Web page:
Materials and Methods

In this study, 394 patients underwent stereotactic thalamotomy and contralateral pallidotomy for the treatment of (PD) between 2008 and 2018. The study cohort consisted of 208 men (52.9%) and 186 women (47.1%). The patients were categorised into distinct groups based on the specific target of intervention, resulting in 267 cases (67.7%) in the thalamotomy and contralateral pallidotomy group (referred to as Group Vim-GPi) and 127 cases (32.3%) in the thalamotomy and contralateral subthalamotomy groups (referred to as Group Vim-STN).

At the time of their initial surgery, the age of the patients ranged from 40 to 72 years, with an average age of 57.5 ± 3.1 years. The interval between the two surgical interventions varied from 1 to 6 years, with an average duration of 2.9 ± 0.5 years. All surgeries were performed under local anaesthesia during the "off-time" period. Consequently, the patients discontinued the use of L-dopa medications for 8 h prior to surgery. Furthermore, patients who were taking antiplatelet medications discontinued this treatment for a period of three days before the surgical procedure.

The neurological and psychological status of the patients was assessed using a range of evaluation tools, including the Unified Parkinson's Disease Scale (UPDRS II), the modified Hoehn and Yahr scale, the Schwab and England scale, the Mini-Mental State Examination (MMSE), Beck's Depression Inventory (BDI), the Hamilton Depression Rating Scale (HDRS), the Hamilton Anxiety Rating Scale (HAM-A), and a test designed to measure the quality of life (PDQ-39). Intraoperative macrostimulation was performed to precisely determine the optimal target location.

Surgical procedures were conducted using the CRW Stereotactic system, facilitated by planning stations from Radionics (StereoPlan, Atlas) and Medtronic (FrameLink) software (6,7). The Vim target was identified using an indirect method based on AC and PC landmarks. The STN and GPi targets were identified through direct targeting of T2, inversion recovery, and proton density-weighted images (Table 1).

Target coordinate: AC – PC line, mean


Lateral (X)

A-P (Y)

Vertical (Z)



- 5.9




+ 2.8

- 3.7



- 2.5

- 4.6


Table I:

Figure I: Calculated target coordinates for RF destruction. A -ventro- lateral intermediate thalamic nucleus (Vim). B - globus pallidus pars interna (GPi)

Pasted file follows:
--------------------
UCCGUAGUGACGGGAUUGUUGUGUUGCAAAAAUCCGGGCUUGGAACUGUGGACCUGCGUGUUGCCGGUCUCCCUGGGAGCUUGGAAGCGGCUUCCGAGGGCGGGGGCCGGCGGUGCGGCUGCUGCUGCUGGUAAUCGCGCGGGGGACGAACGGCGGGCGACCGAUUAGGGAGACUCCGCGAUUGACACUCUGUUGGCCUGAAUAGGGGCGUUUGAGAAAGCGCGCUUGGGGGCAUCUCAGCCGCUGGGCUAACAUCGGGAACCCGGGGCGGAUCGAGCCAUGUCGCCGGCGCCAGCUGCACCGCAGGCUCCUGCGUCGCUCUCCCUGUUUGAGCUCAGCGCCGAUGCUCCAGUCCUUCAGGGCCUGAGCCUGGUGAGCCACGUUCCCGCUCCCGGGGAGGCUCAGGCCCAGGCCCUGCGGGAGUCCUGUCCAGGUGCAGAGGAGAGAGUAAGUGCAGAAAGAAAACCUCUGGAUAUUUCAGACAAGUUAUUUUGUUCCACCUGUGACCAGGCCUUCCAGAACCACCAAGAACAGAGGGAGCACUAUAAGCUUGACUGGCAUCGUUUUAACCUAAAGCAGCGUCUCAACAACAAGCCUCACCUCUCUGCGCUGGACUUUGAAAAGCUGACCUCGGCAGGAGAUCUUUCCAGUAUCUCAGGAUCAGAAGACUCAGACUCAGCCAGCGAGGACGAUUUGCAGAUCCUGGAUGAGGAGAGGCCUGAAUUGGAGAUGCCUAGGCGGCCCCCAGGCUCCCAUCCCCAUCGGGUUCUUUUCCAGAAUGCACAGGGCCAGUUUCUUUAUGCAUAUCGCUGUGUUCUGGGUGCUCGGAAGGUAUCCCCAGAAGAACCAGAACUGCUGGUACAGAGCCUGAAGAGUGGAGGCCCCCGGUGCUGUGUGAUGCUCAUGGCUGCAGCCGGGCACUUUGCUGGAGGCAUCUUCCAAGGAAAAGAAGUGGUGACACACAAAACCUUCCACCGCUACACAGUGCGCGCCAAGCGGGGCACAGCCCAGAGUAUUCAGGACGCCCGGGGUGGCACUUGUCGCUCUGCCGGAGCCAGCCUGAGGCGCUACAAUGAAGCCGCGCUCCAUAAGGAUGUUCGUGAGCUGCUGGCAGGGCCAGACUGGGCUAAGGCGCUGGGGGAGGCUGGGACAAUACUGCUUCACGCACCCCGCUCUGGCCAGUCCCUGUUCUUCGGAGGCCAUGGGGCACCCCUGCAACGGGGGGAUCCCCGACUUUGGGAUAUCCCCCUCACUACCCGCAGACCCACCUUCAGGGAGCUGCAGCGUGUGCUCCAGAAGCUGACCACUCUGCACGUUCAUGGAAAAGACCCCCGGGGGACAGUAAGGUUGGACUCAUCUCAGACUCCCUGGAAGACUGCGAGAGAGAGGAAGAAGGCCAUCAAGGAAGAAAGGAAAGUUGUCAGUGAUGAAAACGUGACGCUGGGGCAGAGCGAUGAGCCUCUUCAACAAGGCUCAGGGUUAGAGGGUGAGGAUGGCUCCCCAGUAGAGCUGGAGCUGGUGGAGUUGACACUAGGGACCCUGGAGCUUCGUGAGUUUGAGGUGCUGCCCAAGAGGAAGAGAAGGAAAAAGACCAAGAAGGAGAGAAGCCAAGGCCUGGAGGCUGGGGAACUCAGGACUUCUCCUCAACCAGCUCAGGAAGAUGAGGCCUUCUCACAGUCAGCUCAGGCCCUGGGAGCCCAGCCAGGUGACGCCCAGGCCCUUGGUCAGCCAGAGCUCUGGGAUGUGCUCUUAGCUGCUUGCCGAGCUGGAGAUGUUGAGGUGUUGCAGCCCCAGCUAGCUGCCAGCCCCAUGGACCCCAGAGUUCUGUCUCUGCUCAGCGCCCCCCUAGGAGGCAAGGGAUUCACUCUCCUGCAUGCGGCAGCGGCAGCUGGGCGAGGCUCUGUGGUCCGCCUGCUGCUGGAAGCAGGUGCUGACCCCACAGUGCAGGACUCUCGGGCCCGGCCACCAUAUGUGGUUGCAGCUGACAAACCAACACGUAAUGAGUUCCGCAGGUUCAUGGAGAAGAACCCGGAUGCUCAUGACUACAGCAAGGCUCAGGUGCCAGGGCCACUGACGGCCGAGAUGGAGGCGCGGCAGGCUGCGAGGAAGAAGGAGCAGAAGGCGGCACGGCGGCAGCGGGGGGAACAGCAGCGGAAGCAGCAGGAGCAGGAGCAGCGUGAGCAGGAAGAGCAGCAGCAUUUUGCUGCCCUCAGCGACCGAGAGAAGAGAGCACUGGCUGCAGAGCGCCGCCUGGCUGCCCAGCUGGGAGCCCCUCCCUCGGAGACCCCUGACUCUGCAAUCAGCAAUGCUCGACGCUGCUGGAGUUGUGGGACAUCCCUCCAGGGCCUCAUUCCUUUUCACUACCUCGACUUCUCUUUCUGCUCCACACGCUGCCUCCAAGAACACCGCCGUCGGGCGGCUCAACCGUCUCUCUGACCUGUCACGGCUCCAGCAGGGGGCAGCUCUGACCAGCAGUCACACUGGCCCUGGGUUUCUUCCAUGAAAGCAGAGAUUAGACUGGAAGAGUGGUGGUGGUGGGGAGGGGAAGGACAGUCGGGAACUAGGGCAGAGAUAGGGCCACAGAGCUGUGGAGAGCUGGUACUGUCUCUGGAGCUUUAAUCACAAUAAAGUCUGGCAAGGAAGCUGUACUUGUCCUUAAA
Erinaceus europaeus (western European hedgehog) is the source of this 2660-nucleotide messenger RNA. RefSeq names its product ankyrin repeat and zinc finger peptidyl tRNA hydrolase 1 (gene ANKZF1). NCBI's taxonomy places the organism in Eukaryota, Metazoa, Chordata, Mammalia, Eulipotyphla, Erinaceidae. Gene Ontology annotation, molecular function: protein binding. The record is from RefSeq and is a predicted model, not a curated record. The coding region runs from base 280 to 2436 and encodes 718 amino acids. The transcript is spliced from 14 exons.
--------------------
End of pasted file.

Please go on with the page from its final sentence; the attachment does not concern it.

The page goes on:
Intraoperative macrostimulation was used to precisely determine the optimal target location in all cases. For Vim and GPi lesioning, a radiofrequency (RF) electrode was employed with an exposed tip diameter of 2.1 mm and tip length of 2.0 mm. For STN lesioning, an RF electrode with a tip diameter of 1.4 mm and tip length of 3.0 mm was used.

Before initiating the primary lesion, test lesions were conducted by raising the temperature to 45°C and subsequently to 60°C for Vim and GPi ablations. For STN ablation, the temperature was increased to 45°C, then to 50°C, and finally to 60°C. Thalamotomy and subthalamotomy were performed in a single stage at 75°C for 60 s and at 70°C for 55 s, respectively. In the case of pallidotomy, multiple lesions were performed, with the first lesion generated at 75°C for 60 s and the second at 75°C for 90 s, after withdrawing the electrode by 3 mm from the deeper lesion.

Postoperative follow-up extended from 1 to 7 years, with an average duration of 4.2 ± 0.8 years.


The duration of the disease prior to the first surgery ranged from 4 to 21 years, with a mean duration of 9.6 ± 1.5 years. The time interval between the two interventions varied from 1.1 to 7.5 years, with an average of 2.7 ± 0.5 years. Notably, in the Vim-STN group, the duration between surgeries was slightly longer, although this difference was not statistically significant.

Before the initial intervention, the majority of patients, specifically 336 out of 394 (85.3%), received
L-dopa therapy. The duration of L-dopa therapy ranged from 2 to 20 years, with an average of 4.7 ± 0.7 years. The mean daily dose of L-dopa therapy was 885.8 ± 245.4 mg/ day in Group Vim-GPi, while in Group Vim-STN, it was 375.0 ± 87.8 mg/day. Approximately 47.1% of patients experienced side effects from L-dopa therapy. In the Vim-GPi group, 128 (47.8%) patients presented with combined side effects, with motor fluctuations occurring in 70 (54.6%) patients and levodopa-induced dyskinesia in 58 (45.5%) patients. In contrast, none of the patients in the Vim-STN group exhibited levodopa-induced dyskinesia, although motor fluctuations were observed in 49 (85.7%) cases.



Vim-GPi, n=267

Vi m - S T N ,


Total, n=394

Age on 1st surgery, years

56.8 ± 4.2

58.7 ± 5.0

57.5 ± 3.1

Age on 2nd surgery, years

59.3 ± 4.0

62.2 ± 4.3

60.2 ± 3.0

Term between surgeries, years

2.5 ± 0.6

3.5 ± 1.2

2.9 ± 0.5

Duration of PD, years

10.2 ± 1.8

9.0 ± 1.5

9.9 ± 1.4

L-dopa-therapy, n

255 (95.7%)



Duration of L-dopa- therapy,


5.4 ± 0.8

4.0 ± 0.6

4.7 ± 0.7

Dose of L-dopa, mg/day

885. 8± 245.4*


375. 0 ±87.8*

634.4 ± 97.8

Motor fluctuations, n

70/128 (54.6%)




L-dopa-induced dyskinesias

58/128 (45.5%)


0/57 (0%)



Table II: Clinical Presentation

At the time of surgery, all patients were categorised within the 2.5–4.0 stage range on the modified Hoehn and Yahr Scale. Among the 28 patients who underwent assessment using the Mini-Mental State Examination (MMSE), no cognitive impairments were detected after surgery.